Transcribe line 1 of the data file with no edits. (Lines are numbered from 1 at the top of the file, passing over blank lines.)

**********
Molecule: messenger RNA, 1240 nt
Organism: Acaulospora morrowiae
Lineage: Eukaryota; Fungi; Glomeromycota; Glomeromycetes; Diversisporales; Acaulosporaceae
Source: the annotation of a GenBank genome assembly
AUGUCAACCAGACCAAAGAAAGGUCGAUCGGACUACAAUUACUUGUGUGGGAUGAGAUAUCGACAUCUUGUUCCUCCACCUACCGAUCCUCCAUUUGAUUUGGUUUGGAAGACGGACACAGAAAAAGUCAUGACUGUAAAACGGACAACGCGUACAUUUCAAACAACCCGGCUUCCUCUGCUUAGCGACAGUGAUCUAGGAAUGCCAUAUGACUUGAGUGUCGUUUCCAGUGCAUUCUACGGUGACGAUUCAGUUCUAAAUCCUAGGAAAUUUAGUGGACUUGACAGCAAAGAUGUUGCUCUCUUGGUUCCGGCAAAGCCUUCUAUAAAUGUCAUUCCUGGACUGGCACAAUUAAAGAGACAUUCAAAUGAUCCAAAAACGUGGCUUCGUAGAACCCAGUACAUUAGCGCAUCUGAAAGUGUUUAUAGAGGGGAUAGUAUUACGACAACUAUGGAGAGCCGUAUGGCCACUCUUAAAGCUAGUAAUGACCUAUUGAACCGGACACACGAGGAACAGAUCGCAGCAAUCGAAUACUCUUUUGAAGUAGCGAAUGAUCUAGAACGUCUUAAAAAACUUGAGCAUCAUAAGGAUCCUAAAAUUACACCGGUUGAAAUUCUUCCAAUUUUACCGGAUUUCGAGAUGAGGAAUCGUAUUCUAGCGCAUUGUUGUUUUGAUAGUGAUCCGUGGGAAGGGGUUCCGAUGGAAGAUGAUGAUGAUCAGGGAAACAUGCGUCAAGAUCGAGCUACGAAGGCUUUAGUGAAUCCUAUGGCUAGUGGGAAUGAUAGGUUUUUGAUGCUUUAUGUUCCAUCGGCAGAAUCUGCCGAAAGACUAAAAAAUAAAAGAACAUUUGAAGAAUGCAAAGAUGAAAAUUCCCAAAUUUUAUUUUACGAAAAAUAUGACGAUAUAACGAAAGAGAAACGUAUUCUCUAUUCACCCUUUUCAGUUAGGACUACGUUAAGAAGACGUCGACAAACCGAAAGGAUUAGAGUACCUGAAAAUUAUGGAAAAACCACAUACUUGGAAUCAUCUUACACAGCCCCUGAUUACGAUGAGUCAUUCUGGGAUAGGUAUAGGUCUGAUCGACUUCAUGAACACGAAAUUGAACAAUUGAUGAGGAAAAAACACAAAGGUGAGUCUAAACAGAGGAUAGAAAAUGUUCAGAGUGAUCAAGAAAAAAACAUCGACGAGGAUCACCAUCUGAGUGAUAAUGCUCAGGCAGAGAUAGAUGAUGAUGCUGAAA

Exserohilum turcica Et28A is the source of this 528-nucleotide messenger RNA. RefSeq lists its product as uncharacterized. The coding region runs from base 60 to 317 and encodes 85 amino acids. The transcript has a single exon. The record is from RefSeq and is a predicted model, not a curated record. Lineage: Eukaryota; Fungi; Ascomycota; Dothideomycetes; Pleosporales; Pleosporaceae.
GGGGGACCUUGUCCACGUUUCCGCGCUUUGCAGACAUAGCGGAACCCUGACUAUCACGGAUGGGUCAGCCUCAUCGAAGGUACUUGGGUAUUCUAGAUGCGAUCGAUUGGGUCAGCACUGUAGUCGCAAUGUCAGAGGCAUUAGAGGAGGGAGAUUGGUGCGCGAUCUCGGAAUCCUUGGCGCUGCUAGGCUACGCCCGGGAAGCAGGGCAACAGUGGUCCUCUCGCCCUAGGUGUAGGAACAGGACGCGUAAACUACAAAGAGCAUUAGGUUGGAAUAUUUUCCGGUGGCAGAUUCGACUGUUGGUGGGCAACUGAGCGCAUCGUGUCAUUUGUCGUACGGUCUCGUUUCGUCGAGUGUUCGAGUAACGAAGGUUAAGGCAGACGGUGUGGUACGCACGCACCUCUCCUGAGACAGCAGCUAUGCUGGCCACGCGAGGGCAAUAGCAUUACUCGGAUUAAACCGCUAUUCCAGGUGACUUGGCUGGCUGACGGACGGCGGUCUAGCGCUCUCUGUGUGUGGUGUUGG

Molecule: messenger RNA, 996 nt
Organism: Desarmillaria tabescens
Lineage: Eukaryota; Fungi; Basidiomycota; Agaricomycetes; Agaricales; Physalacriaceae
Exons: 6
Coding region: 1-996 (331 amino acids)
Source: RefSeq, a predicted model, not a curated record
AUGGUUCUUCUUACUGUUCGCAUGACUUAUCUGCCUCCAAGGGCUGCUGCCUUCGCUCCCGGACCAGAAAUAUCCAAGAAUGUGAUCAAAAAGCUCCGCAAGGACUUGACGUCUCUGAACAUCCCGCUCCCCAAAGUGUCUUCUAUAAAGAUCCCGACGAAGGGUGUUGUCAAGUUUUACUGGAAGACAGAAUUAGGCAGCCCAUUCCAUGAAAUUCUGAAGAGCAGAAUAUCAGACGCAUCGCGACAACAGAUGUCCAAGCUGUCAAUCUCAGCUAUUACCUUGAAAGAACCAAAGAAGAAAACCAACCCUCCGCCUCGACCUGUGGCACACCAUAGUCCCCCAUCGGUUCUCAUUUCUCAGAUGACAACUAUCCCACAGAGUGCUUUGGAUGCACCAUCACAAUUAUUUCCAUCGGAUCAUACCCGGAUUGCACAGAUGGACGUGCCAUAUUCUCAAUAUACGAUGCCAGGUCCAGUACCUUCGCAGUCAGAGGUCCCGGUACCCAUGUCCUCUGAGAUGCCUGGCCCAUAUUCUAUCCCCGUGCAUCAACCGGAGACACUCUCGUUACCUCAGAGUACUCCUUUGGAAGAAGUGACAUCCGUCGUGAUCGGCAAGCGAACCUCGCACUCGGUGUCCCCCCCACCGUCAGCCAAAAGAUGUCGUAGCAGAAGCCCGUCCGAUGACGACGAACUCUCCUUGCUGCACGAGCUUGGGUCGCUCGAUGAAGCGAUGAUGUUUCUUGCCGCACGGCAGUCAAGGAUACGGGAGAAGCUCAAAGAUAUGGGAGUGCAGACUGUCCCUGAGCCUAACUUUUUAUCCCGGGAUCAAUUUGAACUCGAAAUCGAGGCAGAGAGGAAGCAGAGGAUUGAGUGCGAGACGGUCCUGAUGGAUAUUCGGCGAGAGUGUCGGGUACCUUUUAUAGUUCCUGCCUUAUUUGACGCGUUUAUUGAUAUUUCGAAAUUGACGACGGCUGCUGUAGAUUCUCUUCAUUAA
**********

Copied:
Molecule: messenger RNA, 1240 nt